Nearly eighteen months from the start of the first lockdown, the government considers it too soon for a full review into the handling of the pandemic. Given the new Delta variant is causing concern about rising infection rate, it’s hard to fault the logic.
It does, however, pose an interesting question for the group risk industry: after a year that shook the world, how did the sector deliver value for employees and their families? And now that we hope the worst of Covid-19 is behind us, what did we learn from the pandemic that can help us shape our offerings for an increasingly hybrid working world?
When it comes to measuring value, analysis of industry claims data provides the most obvious benchmark. Interim figures from Group Risk Development (Grid) show that in 2020 the industry paid out an estimated £93m to families who lost loved ones to Covid-19, illustrating the value of group life insurance. However, in a year when UK group risk providers collectively paid out a record £2.01 billion, clearly this is just the tip of the iceberg.
In April 2020, the Office for National Statistics found 46.6 per cent of employed people did at least some of their work at home. Faced with a seismic shift in workplace culture, it was clear that the group risk industry needed to rethink how we delivered services. Updating claims processes to accept e-signatures, remodelling medical evidence protocols for those needing rapid medical support and moving wellbeing workshops online were some of our responses.
Delays to treatment, diagnoses and extended waiting times due to the pandemic have been particularly problematic for patients suffering serious illnesses such as cancer. Macmillan estimates more than 650,000 people in the UK – 22 per cent of patients – experienced disruption to their cancer treatment or care because of Covid-19.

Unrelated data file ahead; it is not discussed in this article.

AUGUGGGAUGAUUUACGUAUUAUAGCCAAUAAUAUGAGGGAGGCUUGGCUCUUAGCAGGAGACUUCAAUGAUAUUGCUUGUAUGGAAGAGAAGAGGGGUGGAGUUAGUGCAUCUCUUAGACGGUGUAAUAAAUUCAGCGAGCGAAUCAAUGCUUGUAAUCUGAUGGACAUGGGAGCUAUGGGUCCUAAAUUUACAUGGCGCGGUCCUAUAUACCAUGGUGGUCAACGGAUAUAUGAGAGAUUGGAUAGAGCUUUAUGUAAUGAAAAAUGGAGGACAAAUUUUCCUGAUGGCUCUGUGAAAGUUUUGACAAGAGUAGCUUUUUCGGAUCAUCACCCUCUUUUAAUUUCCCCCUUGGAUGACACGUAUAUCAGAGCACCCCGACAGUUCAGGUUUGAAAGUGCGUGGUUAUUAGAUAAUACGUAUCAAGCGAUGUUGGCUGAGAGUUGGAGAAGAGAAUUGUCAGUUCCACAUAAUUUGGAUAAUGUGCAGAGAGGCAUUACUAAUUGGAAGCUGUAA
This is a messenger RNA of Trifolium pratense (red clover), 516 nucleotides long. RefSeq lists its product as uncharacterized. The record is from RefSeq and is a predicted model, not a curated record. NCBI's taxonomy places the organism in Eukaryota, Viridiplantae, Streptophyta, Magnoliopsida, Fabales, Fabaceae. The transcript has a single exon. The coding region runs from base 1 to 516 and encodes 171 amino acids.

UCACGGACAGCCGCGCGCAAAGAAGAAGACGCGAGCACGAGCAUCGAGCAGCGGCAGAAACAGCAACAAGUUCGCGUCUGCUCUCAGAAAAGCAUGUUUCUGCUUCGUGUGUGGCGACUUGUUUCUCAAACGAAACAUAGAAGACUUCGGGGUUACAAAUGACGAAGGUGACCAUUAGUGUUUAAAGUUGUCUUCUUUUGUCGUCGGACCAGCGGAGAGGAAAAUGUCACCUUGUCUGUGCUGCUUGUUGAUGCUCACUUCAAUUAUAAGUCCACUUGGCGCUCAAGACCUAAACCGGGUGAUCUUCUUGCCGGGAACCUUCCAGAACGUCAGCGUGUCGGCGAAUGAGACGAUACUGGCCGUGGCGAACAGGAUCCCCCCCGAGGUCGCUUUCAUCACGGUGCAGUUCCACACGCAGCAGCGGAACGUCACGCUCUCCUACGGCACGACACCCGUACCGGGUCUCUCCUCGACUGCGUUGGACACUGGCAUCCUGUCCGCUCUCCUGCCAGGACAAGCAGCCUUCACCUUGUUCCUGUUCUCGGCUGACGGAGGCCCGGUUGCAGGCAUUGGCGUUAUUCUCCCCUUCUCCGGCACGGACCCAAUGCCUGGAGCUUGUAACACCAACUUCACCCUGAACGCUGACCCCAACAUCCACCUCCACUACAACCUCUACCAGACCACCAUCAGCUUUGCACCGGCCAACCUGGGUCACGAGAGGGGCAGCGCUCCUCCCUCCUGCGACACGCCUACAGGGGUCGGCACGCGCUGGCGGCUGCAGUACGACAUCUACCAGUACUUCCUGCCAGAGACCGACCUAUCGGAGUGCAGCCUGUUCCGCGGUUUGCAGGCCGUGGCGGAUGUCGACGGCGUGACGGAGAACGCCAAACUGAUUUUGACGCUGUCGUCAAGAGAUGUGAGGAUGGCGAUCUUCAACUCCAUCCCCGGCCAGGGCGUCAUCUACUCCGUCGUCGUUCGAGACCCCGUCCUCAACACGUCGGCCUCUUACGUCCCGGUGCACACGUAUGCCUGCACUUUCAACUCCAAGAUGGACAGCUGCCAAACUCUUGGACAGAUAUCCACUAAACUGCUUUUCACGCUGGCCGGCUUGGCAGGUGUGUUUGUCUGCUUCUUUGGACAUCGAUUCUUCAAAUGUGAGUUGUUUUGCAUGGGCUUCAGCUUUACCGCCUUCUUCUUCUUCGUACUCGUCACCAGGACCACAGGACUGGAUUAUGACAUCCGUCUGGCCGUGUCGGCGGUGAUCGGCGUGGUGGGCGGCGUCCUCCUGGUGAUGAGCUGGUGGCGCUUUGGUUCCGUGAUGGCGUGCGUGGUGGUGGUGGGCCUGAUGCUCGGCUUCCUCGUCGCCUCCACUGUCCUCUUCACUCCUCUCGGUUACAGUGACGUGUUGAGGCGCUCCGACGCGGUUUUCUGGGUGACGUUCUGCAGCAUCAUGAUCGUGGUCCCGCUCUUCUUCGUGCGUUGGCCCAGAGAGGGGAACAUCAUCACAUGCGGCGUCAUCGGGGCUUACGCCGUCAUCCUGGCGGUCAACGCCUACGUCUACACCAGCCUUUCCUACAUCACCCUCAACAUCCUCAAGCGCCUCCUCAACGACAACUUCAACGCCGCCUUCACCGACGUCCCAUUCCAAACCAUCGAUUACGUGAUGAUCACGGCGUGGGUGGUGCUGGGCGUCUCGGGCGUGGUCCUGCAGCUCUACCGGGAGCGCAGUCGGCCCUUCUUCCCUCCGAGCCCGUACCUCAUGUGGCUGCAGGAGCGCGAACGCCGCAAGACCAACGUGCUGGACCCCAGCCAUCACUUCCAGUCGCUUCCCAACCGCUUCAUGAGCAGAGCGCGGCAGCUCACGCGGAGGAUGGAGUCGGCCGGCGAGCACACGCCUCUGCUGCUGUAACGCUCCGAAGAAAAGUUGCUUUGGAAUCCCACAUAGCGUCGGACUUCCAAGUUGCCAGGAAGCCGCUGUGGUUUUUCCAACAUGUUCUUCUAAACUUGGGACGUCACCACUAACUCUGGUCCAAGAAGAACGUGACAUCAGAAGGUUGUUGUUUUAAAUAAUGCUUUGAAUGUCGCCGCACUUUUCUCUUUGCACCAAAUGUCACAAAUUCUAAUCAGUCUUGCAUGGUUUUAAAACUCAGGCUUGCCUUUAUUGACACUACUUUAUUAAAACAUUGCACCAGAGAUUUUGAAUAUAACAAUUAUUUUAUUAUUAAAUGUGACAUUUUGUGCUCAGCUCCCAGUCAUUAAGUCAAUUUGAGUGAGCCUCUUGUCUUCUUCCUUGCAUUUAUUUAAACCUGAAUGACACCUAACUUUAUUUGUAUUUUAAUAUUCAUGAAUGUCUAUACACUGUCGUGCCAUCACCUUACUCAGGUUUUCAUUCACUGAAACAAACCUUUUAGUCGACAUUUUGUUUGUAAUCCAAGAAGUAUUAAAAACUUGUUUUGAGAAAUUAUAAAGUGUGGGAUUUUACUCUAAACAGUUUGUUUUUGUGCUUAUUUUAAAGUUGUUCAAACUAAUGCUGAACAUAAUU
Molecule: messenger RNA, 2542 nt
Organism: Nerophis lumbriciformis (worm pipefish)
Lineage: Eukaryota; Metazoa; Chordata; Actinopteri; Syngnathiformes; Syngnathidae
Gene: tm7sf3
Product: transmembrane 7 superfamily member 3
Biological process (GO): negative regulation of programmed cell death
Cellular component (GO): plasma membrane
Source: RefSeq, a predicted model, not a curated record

The size of these issues is thrown into stark relief when you consider our claims statistics for 2020. Even with a pandemic sweeping across the country, cancer and mental health claims represented the two most common claims last year.
Although the government promises to prioritise the reduction of hospital waiting times, offering NHS England £160m to tackle the backlog, with the length of current waiting lists all-round support is likely to become even more highly prized going forward. This is especially true for cancer-related care in a world where we expect to see more cancer claims on critical illness policies for years to come.
Against this backdrop, facilitating access to digital, direct health and wellbeing support is the most effective way to support employees — whether they’re continuing to work remotely or starting to return to offices
Another lasting impact of the pandemic has been on our mental health. According to Wade Macdonald, more than a quarter of employees – 28 per cent – felt their mental health declined due to prolonged lockdowns. Their research found 44 per cent also found working from home much harder — physically, mentally, and emotionally — than being in the office.
A review of our app data shows the extreme stress people have suffered. Employees made 972 bookings for mental health support via the digital app between April and August 2020; 76 per cent of these appointments were to treat stress, anxiety and depression. Early intervention for these conditions is key to a successful recovery, keeping people at work and improving wellbeing.
Agile, digital and providing much-needed wraparound support for employers and their teams, group risk has made an important contribution to many businesses’ wellbeing and productivity during the pandemic.
What we’ve leaned will be crucial as the post- pandemic world of work takes shape. Protection benefits provide important leverage for businesses trying to engage and motivate talent as the economy reopens. And with almost all the UK’s 50 biggest employers polled by the BBC saying they would welcome a hybrid working approach – with staff encouraged to work remotely 2-3 days a week – it will be needed more than ever. Indeed, a thorough group risk strategy will be the key to bridge the gap between employers saying their workforce is “united” and their staff actually feeling it.